Our organization, the Institute for Safe Medication Practices (ISMP), often receives medication error reports that result from confusion with drug names that look or sound alike. One look-alike and sound-alike pair that often results in confusion is hydrALAZINE and hydrOXYzine.
Methotrexate is a medicine used to treat certain types of cancer. Doctors also prescribe methotrexate to treat other conditions such as severe rheumatoid arthritis and psoriasis (a skin condition). However, the dose and frequency of taking the medicine are different based on the condition being treated. For example, when used to treat cancer, methotrexate is often taken daily for 5 days or more at a higher dose. When used to treat rheumatoid arthritis or psoriasis, methotrexate is usually taken just once or twice a week at a lower dose. People often begin by taking a single 7.5 mg tablet once a week, or three 2.5 mg tablets per week, each taken 12 hours apart. The doctor may increase the weekly dose up to about 20 mg if needed. But if you take methotrexate every day by accident, you could be harmed. There are reports of this type of error probably because most people are more familiar with medicines taken every day rather than once a week. Some of these errors have even resulted in death.
Medicines all have one generic name and perhaps one or more brand names. The brand name is chosen by the drug company. The generic name is assigned by an official body, the United States Adopted Names (USAN) Council. You probably know, for example, that Advil and Motrin are brand names for the generic medicine ibuprofen. Knowing that Advil, Motrin, and ibuprofen are all the same medicine alerts you to an important risk—that taking these medicines together could add up to an overdose.
Patients sometimes ask to take home left over medicines that were partially used during their hospital stay (e.g., insulin pens, inhalers, eye drops, topical creams or ointments). An example of this involved a diabetic man who was taking the long-acting insulin Lantus (insulin glargine) and also received the short-acting insulin NovoLog (insulin aspart) during his hospitalization.
People who experience seizure activity (epilepsy) often take anti-seizure medicine to control the condition. However, sometimes additional medicine may be needed to control bouts of increased seizure activity (cluster seizures or breakthrough seizures). The Diastat AcuDial rectal administration system contains the medicine diazepam, rectal gel, to manage these breakthrough seizures. The product is available in a 10 mg rectal syringe designed to deliver a minimum dose of 5 mg, or a 20 mg rectal syringe designed to deliver a minimum dose of 12.5 mg. Both syringes allow for the dose to be increased by 2.5 mg up to a maximum of either 10 mg or 20 mg, respectively. (There is a 2.5 mg syringe for pediatrics.)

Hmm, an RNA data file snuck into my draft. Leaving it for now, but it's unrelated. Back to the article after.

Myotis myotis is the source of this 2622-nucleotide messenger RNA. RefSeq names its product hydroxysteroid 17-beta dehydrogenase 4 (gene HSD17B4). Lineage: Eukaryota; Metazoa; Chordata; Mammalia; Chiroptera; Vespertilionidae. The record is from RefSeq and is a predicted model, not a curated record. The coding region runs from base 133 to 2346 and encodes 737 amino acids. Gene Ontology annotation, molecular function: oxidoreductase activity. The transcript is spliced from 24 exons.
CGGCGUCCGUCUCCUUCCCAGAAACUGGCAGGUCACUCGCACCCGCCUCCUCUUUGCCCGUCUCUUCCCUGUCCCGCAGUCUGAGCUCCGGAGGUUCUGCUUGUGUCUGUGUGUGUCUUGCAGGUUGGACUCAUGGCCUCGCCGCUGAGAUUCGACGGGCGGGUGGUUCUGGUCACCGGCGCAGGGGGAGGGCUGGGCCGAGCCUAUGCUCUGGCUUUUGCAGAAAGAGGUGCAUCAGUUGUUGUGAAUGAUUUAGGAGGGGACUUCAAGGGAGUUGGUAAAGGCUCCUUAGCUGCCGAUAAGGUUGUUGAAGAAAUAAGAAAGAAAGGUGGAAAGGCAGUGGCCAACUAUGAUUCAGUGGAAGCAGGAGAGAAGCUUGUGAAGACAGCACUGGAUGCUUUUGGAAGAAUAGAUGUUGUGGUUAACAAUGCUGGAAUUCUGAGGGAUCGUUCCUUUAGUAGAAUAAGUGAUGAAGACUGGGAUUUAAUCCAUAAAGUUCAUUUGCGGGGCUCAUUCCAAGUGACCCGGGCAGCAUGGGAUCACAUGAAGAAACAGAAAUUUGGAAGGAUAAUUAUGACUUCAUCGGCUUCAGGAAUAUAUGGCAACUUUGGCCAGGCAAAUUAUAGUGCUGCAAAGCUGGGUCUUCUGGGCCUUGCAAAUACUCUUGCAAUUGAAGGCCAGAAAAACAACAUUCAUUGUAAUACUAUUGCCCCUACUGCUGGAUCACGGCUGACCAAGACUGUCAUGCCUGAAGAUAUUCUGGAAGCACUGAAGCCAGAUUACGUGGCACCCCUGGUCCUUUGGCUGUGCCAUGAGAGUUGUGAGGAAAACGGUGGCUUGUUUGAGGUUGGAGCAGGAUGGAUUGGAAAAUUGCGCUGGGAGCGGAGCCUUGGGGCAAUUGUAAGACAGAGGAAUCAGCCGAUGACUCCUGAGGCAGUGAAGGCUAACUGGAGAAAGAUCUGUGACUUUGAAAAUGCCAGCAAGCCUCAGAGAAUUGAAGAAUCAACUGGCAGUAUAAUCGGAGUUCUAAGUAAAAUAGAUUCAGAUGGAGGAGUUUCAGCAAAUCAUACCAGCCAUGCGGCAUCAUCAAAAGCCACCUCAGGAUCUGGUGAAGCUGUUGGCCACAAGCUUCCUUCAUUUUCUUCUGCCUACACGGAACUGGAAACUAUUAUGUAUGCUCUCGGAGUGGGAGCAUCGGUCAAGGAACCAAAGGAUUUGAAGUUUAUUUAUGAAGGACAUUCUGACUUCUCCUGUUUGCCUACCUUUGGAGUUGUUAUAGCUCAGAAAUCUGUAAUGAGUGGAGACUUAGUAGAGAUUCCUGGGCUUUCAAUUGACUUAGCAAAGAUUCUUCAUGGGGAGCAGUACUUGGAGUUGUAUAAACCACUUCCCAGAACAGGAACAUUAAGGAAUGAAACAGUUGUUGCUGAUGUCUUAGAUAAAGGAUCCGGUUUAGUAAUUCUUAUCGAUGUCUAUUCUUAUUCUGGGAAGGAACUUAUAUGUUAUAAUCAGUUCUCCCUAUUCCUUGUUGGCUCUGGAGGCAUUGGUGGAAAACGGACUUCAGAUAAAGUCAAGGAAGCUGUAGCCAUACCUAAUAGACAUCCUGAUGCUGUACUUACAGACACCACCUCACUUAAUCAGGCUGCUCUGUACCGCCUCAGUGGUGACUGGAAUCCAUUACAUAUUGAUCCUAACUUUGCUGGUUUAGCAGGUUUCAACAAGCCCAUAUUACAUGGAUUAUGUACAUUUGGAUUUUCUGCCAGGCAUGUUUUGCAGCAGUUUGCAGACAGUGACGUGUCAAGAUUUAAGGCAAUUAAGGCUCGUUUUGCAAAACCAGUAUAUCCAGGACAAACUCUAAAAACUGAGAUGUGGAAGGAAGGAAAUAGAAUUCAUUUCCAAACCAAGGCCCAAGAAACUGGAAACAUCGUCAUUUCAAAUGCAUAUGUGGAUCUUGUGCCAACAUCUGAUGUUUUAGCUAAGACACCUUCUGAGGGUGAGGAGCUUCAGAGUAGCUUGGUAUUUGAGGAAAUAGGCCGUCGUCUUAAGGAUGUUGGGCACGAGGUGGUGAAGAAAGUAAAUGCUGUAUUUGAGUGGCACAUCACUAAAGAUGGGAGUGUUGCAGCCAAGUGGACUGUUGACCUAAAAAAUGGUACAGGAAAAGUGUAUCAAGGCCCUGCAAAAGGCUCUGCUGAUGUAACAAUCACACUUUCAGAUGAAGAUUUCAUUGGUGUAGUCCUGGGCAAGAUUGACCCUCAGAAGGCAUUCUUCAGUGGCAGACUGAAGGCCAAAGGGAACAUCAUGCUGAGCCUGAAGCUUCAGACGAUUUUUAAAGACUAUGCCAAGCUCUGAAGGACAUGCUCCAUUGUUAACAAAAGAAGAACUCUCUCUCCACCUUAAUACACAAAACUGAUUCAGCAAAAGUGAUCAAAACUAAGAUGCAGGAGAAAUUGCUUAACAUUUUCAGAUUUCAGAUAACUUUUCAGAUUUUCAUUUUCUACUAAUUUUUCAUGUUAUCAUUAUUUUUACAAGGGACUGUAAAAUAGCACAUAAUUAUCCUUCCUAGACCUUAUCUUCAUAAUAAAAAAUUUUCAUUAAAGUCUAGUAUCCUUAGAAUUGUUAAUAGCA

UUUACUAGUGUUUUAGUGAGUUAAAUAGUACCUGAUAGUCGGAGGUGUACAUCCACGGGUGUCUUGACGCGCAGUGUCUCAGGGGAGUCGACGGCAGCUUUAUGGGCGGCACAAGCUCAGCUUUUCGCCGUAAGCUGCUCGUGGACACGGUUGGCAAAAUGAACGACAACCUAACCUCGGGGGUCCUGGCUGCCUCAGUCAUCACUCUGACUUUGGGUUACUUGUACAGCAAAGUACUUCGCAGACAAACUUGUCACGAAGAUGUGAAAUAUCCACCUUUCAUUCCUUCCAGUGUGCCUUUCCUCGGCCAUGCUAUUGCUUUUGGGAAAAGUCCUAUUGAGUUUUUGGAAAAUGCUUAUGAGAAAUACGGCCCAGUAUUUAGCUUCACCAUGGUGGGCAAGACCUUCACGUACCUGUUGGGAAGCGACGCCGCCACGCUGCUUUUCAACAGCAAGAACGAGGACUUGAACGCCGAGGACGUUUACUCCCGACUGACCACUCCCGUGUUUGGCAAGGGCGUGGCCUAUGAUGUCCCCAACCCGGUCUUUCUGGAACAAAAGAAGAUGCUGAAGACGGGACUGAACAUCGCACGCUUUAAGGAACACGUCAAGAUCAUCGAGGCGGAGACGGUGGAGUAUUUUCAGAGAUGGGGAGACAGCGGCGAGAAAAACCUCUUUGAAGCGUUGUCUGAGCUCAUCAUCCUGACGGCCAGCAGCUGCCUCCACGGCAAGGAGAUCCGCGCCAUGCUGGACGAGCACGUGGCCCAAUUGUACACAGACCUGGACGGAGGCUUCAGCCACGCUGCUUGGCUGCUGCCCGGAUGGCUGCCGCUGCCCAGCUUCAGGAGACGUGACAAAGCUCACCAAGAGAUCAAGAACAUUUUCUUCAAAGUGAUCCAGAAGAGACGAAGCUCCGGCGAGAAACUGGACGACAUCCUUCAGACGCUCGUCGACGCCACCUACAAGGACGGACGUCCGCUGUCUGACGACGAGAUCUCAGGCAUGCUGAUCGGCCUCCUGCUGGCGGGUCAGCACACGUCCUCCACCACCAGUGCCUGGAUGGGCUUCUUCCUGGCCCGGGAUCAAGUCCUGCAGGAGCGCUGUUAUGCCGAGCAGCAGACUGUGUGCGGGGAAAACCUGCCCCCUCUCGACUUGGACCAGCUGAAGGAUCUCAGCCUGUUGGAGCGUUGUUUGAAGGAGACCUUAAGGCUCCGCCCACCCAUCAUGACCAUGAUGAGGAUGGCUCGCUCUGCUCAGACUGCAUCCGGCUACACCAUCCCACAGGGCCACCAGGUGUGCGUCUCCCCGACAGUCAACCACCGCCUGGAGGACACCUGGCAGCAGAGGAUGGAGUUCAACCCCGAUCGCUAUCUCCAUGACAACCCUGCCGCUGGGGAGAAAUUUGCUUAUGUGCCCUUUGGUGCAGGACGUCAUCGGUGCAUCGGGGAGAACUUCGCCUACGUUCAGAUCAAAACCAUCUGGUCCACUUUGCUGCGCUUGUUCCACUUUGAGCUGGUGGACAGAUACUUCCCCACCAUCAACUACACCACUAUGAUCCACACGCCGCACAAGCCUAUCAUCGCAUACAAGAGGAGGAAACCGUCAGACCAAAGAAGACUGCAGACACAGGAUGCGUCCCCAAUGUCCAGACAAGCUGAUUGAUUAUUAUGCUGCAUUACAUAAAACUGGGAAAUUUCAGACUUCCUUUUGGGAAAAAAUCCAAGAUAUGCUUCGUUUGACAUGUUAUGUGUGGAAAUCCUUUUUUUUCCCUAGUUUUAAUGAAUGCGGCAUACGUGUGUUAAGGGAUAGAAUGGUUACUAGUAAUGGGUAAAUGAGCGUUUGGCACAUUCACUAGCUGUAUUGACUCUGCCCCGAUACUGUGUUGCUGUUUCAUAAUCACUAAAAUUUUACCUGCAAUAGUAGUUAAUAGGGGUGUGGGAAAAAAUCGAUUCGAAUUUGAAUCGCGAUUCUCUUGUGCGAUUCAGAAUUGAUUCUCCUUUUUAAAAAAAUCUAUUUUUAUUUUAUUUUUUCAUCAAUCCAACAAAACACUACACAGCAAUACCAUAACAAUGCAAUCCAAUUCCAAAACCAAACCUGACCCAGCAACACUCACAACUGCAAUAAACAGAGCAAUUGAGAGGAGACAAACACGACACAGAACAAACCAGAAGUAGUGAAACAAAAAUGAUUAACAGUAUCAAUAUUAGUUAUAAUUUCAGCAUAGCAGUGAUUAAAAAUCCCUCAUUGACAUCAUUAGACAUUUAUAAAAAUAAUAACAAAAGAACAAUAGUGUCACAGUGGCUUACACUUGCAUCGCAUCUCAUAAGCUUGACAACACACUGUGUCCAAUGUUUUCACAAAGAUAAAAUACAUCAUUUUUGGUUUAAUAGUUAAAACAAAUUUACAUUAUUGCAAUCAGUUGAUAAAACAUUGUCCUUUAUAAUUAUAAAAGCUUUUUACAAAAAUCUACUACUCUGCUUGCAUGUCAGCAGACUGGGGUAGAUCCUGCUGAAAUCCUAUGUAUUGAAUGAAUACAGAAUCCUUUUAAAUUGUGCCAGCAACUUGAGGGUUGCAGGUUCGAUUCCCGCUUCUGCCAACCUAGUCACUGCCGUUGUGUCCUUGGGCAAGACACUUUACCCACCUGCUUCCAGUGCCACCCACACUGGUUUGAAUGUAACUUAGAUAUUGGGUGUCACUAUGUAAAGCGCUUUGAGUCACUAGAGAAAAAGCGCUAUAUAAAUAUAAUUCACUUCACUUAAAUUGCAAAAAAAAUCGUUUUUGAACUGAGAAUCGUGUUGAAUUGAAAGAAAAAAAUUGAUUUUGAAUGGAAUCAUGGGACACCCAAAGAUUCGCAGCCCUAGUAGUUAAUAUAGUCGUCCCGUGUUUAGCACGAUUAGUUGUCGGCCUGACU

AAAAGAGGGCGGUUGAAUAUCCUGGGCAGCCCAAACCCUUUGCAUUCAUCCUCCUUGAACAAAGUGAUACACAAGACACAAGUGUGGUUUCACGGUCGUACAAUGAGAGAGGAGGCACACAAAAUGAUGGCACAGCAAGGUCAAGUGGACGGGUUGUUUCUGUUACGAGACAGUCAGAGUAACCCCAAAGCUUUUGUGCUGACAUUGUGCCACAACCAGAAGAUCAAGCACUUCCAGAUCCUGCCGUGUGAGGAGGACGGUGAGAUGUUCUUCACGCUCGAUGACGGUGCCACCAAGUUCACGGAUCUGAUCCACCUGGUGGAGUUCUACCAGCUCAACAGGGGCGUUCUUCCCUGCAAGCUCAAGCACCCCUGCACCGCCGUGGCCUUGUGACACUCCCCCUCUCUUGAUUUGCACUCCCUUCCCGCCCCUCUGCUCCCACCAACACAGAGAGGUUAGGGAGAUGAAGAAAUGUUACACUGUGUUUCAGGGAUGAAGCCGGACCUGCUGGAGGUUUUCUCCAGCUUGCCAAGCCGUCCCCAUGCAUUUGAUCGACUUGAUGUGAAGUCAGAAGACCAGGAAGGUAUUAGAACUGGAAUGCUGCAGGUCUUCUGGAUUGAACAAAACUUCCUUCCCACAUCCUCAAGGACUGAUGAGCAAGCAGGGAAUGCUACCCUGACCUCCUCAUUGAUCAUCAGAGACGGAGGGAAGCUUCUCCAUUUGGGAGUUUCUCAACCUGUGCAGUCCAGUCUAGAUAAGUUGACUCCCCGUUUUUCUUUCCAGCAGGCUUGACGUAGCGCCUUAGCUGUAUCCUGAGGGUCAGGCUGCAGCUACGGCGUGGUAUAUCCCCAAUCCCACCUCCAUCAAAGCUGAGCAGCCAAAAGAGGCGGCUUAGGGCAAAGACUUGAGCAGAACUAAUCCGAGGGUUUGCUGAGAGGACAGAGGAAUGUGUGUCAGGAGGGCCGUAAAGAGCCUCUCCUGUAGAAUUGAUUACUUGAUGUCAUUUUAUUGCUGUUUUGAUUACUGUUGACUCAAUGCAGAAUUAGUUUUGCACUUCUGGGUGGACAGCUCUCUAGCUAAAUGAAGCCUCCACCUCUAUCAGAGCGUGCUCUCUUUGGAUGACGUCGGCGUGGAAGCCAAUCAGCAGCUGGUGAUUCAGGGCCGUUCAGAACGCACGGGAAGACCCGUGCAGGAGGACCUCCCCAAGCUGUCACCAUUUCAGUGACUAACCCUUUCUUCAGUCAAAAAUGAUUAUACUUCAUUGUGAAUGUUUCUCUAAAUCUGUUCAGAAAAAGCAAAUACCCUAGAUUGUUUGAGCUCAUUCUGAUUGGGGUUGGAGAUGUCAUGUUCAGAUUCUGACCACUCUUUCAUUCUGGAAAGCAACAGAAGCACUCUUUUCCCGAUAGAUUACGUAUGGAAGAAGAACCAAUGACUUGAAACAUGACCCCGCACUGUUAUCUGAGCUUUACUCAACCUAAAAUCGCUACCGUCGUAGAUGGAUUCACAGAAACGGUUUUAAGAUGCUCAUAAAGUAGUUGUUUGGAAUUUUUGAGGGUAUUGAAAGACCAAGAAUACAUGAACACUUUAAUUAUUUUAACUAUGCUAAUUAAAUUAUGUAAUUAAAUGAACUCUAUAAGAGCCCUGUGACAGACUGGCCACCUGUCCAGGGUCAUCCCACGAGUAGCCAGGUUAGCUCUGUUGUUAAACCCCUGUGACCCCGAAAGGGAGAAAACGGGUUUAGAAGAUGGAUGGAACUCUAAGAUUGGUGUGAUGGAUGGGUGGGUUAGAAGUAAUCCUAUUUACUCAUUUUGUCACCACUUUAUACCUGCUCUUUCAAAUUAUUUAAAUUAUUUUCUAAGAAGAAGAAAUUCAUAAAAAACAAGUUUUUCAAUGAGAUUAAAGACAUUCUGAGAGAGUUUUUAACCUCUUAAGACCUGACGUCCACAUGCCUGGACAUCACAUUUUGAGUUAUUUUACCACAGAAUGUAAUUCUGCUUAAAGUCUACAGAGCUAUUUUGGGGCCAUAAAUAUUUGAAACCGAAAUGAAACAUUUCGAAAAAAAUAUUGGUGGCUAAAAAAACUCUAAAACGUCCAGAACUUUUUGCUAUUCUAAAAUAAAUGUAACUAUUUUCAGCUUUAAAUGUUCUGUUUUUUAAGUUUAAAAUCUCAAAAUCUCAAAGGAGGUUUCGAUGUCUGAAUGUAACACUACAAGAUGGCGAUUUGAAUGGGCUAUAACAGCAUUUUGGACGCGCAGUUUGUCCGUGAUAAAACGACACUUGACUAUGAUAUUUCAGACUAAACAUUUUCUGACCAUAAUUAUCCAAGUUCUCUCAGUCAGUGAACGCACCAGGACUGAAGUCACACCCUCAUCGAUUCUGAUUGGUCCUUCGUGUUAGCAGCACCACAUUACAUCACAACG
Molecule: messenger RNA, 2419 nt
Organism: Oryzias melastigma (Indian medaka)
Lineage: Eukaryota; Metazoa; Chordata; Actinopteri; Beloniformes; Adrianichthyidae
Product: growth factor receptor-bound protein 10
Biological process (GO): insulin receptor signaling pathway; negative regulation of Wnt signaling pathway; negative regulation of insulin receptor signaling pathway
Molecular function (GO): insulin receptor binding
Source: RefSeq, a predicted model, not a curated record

Giving a correctly filled prescription to the wrong customer is a common error in community pharmacies. If this has never happened to you, maybe you're surprised by this fact. But you are more likely to be among the millions of people who have gone home from the pharmacy only to find they have someone else's medicine inside the pharmacy bag.
Do you use an inhaler? If so, always replace its cap after use. The importance of replacing caps on inhalers was recently illustrated when a woman accidentally inhaled a small earring while using her asthma medicine. She got her uncapped inhaler from her purse. As she inhaled the medicine, she felt a painful scratch in her throat and started coughing blood. She was taken to the emergency department, where the earring was removed from her lung. If the inhaler's cap had been in place, the loose earring in her purse would not have gotten into the inhaler.
When people suddenly become ill or injured at home or in the community, they or their families or friends can call 911 for emergency help. But who can a patient or family member call upon once they arrive at the hospital if they feel their condition is seriously deteriorating and nobody is listening? Many hospitals today are offering patients and families an opportunity to summon an interdisciplinary care team to the bedside if they have unaddressed concerns. These teams are called Rapid Response Teams (RRTs).
Most people are familiar with throat lozenges. Typically, they are a small, medicated, round or oval shaped and dissolve slowly in your mouth. They are used to treat sore throats, coughs, and other throat irritations. Common lozenges include brand name products such as Chloraseptic, Delsym and Vicks (figure 1) and can be purchased over-the-counter (OTC).
Those who take Pradaxa (dabigatran) capsules may not know they should be swallowed whole. The capsules should never be broken, chewed, or opened to take the medicine. Studies have shown that the medicine absorbs too fast if the capsules are opened, chewed, or broken. This can cause serious bleeding.